OpenVPN performance of the RT-AC86U

JoeBee

Regular Contributor
Sabai Technology offers preconfigured mini PCs (VPN Accelerator). Not inexpensive but if you don't want to be bothered setting up a system on your own it is a possibility. You probably can expect to get up-to 95% of your line speed using a VPN appliance. Never tested my VPN appliance with a full gig connection but I have no problems getting close to 700 Mbps on a VPN client on my network.

thanks that does sound ideal, trying to get my head around this Sabia VPN accelerator Z device, so its basically a mini pc with Sabia OS similar to merlin or tomato, with policy routing, kill switch, openVPN support?

I see the VPN accelerator has only 2 ethernet ports, one for the router/modem isp connection I guess and the other for openvpn, could a switch be used to hook up other devices, Pc, consoles, tv?

Glad you are getting 700Mbps at least, at least its possible to have good speeds given the issues with VPN providers, OpenVPN, WG, singe core openvpn etc
 

CaptainSTX

Part of the Furniture
It's a credit card accelerator - $620 with VPN Pre-Configuration. :)
Yes as I mentioned not inexpensive but if you go the roll your own approach using PCs such as Quotoms from China with an I5 processor and four Ethernet ports are also expensive these days. Using a full size PC will be more power hungry. A Quotom with a laptop processor uses 14 watts.

Everyone has to decide what their ability level is and the value of their time is worth. Pfsense or another OS is going to have a learning curve. To some people saving $100 - $200 isn't worth the hassle so a preconfigured option is worth it to them.

In the end if you want VPN speed it comes with a price.
 

sfx2000

Part of the Furniture
It's a credit card accelerator - $620 with VPN Pre-Configuration.

That is a lot of mark-up for what is basically a Zotac Zbox CI329 - one can pick up a barebones box on Amazon for $210 (US), drop in a 4gb DDR stick, along with a 128gb SSD - install ubuntu on it, and bob is your uncle - should be a fairly performant box, whether it is OpenVPN, or Wireguard...

(oh, BTW - OpenWRT is available for x86/amd64, might be a good place to start)
 

CaptainSTX

Part of the Furniture
thanks that does sound ideal, trying to get my head around this Sabia VPN accelerator Z device, so its basically a mini pc with Sabia OS similar to merlin or tomato, with policy routing, kill switch, openVPN support?

I see the VPN accelerator has only 2 ethernet ports, one for the router/modem isp connection I guess and the other for openvpn, could a switch be used to hook up other devices, Pc, consoles, tv?

Glad you are getting 700Mbps at least, at least its possible to have good speeds given the issues with VPN providers, OpenVPN, WG, singe core openvpn etc
With a powerful enough processor it is possible to get that speed either with WireGuard or OpenVPN. Some VPN providers may not be able to support higher speeds and as always your distance from the server will impact the speed.

If you are interested I suggest that you contact Sabai as their pre and post sale technical support is A+ superior. No script kiddies just very knowledgeable individuals. Ruth Petty can make anything and everything work and if you want assistance she will dial into your system and tweak anything and everything.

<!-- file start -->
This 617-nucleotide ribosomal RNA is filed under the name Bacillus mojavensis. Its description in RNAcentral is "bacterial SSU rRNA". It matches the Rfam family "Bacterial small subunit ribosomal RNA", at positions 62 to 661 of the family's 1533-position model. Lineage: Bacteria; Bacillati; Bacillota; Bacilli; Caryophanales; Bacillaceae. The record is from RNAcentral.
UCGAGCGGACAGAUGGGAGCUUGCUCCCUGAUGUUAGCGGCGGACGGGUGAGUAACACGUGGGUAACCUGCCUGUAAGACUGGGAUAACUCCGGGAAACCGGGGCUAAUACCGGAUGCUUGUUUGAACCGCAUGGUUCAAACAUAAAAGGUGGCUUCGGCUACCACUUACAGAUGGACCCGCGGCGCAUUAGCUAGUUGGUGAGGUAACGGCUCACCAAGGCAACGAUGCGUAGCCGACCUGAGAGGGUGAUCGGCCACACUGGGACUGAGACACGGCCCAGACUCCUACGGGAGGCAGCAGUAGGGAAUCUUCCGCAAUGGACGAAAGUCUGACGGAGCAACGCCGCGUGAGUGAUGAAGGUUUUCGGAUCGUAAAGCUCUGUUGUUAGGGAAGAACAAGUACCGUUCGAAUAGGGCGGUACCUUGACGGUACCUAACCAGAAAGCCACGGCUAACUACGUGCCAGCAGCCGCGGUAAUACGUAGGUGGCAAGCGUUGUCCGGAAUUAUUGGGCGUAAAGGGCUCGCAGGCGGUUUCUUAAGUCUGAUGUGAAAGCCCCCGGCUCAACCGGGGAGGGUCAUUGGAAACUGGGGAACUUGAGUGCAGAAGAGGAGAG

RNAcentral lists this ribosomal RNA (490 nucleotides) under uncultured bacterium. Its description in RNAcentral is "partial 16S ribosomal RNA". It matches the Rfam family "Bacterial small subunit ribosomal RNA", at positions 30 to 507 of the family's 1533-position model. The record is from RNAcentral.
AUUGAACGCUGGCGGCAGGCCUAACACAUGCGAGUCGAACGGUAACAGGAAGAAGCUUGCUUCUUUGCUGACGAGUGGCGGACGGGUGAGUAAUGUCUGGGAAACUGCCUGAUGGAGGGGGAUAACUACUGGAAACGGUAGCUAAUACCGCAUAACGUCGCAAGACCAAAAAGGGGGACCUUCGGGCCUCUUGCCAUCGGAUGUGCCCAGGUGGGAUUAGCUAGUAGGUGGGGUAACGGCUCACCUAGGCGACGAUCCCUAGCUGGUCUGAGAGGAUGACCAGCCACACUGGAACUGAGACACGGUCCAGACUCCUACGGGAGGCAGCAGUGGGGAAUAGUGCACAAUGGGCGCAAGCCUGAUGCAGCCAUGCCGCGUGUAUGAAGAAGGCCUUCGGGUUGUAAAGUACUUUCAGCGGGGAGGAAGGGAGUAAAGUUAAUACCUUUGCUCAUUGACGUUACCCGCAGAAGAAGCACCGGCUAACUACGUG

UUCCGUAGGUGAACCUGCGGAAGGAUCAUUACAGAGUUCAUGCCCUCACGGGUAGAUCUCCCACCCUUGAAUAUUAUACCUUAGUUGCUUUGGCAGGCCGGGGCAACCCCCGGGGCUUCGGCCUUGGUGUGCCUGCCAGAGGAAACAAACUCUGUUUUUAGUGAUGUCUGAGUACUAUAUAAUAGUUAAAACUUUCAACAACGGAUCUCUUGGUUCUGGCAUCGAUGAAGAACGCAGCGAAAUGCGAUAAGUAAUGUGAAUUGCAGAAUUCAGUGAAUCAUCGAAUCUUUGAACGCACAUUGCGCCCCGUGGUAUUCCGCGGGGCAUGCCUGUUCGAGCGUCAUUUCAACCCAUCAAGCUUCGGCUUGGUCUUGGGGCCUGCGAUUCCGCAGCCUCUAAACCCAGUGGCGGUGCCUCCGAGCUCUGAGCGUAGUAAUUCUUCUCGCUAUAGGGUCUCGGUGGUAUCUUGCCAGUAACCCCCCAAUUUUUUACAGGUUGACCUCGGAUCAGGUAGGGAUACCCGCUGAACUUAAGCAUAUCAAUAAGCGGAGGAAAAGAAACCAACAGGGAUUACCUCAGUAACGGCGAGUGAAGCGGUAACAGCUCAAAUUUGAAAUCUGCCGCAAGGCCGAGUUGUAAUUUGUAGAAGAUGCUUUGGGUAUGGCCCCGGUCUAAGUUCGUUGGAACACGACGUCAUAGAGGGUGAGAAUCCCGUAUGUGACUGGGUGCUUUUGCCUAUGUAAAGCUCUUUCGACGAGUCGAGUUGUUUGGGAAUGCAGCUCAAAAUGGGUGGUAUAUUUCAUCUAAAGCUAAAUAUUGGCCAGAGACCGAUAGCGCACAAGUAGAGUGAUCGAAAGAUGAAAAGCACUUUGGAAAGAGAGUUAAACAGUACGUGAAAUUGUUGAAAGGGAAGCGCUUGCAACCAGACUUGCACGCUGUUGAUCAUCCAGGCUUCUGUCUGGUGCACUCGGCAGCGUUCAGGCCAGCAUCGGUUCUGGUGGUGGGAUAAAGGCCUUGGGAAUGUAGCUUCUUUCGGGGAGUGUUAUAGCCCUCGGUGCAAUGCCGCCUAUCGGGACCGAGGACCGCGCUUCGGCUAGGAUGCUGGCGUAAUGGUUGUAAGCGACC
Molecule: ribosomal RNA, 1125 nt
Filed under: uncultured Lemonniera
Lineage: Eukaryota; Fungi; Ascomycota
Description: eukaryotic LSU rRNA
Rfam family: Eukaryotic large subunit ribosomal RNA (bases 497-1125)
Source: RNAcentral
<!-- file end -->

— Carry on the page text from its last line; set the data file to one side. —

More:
JoeBee

Regular Contributor
That is a lot of mark-up for what is basically a Zotac Zbox CI329 - one can pick up a barebones box on Amazon for $210 (US), drop in a 4gb DDR stick, along with a 128gb SSD - install ubuntu on it, and bob is your uncle - should be a fairly performant box, whether it is OpenVPN, or Wireguard...

(oh, BTW - OpenWRT is available for x86/amd64, might be a good place to start)

thanks that was one I missed with OpenWRT on x86/amd pc, had a quick check but it feels similar to pfsense and others so requires a bit of a learning curve, I was more looking for something user friendly and plug and play like Merlins firmware is.

I have used pfsense off a mini pc but its a steep learning curve for myself, especially when you factor in policy routing and kill switch and making sure its rock solid also. Lots of VPN providers have pfsense guides, but they are either out dated, not as secure or miss policy routing etc
 

JoeBee

Regular Contributor
With a powerful enough processor it is possible to get that speed either with WireGuard or OpenVPN. Some VPN providers may not be able to support higher speeds and as always your distance from the server will impact the speed.

If you are interested I suggest that you contact Sabai as their pre and post sale technical support is A+ superior. No script kiddies just very knowledgeable individuals. Ruth Petty can make anything and everything work and if you want assistance she will dial into your system and tweak anything and everything.

Thanks I will ask their support my questions see how it goes. As long as Sabai os is similar to Asusmerlin and plug and play with easy policy routing and kill switch its probably going to be the best solution for me.
 

JoeBee

Regular Contributor
It's a credit card accelerator - $620 with VPN Pre-Configuration. :)

Thinking about this a bit more you and sfx have a good point, sounds like this VPN accelerator is just a minipc box with OpenVPN client running, which one might be able to do with a much cheaper 2nd hand mini pc or nuc.

I think this accelerator might sit between the ISP router and the Asus 86u, so basically pumps out a full OpenVPN performance since the 86u wont be doing that no longer, maybe then the 86u can just do the policy routing and kill switch business.

Not as network savvy so might be off on that bit

I think I will try some experimenting, see what I can come up with at least I know I can simply set my PC or another device to WAN (clear net) and use my Client software with mullvad to get full VPN speeds of 350Mbps+.
 

JoeBee

Regular Contributor